Yesterday I went to the basketball again. It’s a poor substitute for going to a football match but you have to be somewhere. And anyway, I had a plan to make it a bit more interesting.
Do you remember when I was rattling on recently about teams relocating? Probably not if you’ve arrived at the blog after Googling ’Basketball in Seoul’ in the hope of finding something informative or interesting. The Korean football fans amongst you though will be familiar with the way teams get moved around the country at a whim, usually with a new name and a fresh relaunch. In my write-up on the Play-Off Final between FC Seoul and Jeju United, I posted photos of two of Jeju United’s previous homes, abandoned before their move three hundred miles south to take up residence in an empty World Cup stadium. Their opponents in the Play-Off Final, FC Seoul, are generally seen as an even bigger bunch of gits. After seven years building up a fanbase in Anyang they moved to Seoul in 2004 for a new home in the Sangam World Cup Stadium.
So, what does all that have to do with the basketball? Nothing really, apart from the stadium that was abandoned in Anyang is right next door to where the Anyang basketball team plays and in the absence of any actual football matches I’d at least have the opportunity of having a nose around an empty ground. Sad, I know, but as that’s the sort of thing that I get up to these days I took the subway to Anyang and then a taxi to the stadium.
I did think that I might be limited to wandering around outside the ground but the main entrance was unlocked and there was nobody to stop me just walking straight in. It was difficult to tell if the pitch is used by anyone these days as it was covered in snow.
It seemed as if the main users of the stadium at the moment are old biddies who walk around the running track. With the outside streets being covered in snow and ice it made perfect sense. I didn’t see any of them break into anything even resembling a trot though.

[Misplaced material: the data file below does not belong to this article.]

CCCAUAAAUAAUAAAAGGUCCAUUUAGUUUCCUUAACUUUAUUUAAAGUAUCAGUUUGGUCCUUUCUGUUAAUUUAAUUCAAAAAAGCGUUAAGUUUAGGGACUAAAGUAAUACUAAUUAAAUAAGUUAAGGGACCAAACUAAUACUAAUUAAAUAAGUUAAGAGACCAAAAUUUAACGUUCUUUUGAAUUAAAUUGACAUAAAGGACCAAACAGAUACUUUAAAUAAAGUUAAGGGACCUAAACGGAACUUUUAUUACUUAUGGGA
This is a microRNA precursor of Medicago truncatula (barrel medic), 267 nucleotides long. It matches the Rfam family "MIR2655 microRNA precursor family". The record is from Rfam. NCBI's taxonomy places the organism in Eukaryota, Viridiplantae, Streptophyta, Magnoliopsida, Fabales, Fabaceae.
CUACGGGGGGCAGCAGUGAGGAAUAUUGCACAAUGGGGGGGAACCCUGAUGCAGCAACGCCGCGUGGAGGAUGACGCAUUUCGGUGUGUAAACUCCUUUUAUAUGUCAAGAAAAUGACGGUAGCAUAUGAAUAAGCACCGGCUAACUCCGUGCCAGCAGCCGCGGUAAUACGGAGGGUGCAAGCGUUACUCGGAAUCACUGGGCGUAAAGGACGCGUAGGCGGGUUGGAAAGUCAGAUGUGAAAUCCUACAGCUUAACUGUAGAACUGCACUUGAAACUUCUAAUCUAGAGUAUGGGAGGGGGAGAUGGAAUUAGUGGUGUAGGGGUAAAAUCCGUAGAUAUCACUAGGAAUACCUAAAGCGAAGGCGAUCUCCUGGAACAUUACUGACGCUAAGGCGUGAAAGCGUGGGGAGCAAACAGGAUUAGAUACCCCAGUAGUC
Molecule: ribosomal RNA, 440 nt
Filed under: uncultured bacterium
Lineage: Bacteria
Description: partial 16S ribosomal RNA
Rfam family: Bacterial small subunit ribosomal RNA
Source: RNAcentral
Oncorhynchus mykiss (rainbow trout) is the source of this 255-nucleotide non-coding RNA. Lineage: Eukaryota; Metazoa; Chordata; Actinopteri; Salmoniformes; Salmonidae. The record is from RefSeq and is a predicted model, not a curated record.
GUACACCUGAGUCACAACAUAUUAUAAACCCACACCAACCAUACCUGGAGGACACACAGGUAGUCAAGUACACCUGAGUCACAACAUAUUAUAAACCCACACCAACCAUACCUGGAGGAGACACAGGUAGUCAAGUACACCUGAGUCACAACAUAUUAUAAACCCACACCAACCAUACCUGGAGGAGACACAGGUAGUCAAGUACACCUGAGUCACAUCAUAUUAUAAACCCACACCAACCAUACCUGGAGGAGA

The stadium itself seemed in good nick and with it being quite a small capacity I imagine that there used to be a decent atmosphere for some of the games, particularly the derbies with Suwon.
I spent about twenty minutes strolling around before leaving the walkers to their laps of the track and heading off to the basketball. I bought a 9000 won ticket for close to the front of the upper of two tiers at about the mid-court area. When I took my seat I noticed a cheerleading platform right in front of me. Sometimes life just works out nice like that. Except on this occasion it didn’t and rather than having the experience enhanced by a few pretty girls in short skirts I had my view obscured by some idiot bloke who insisted on standing right in front of me and blocking my line of vision with a cardboard sign that I suspect read ‘Tough Shit’.
I put up with him for the first quarter and then moved around to the other side of the stadium. There were plenty of empty seats so it was easy enough to do. The game was pretty competitive with Anyang building up an early lead that peaked at about eight points before the visitors Wonju pegged it back before going on to take a lead of their own in the final quarter.
Each team has a couple of American players but it looks as if the regulations restrict them to only having one of them on the court at a time. This meant an interesting personal battle between the two foreign starters and then to a lesser extent between the back-up pairing.
I felt a bit sorry for the two Americans that didn’t get much of a game. It’s a long way to travel for five minutes actual time on the court and it must be a little more frustrating to have to watch when you know that you are the second best player on your team.
The crowd was made up mainly of families and in direct contrast to most sporting events in Korea I didn’t see any drinking going on. Perhaps the winter weather meant that chugging cold cans of Cass wasn’t as appealing as it is at the football or baseball.
Wonju held on to their late lead for a 66-60 victory and after buying a woolly hat to keep my head warm I gambled on getting back to Yeoksam by hopping on the nearest bus. The buses are far harder to work out than the subway trains, but I wasn’t in a rush. It took me to the subway station, which whilst seeming to be a good result, was actually the wrong way. A second bus destined for Dong Seoul then took me back in roughly the right direction and after getting off at Jamsil I eventually gave in and got the subway for the remainder of the journey.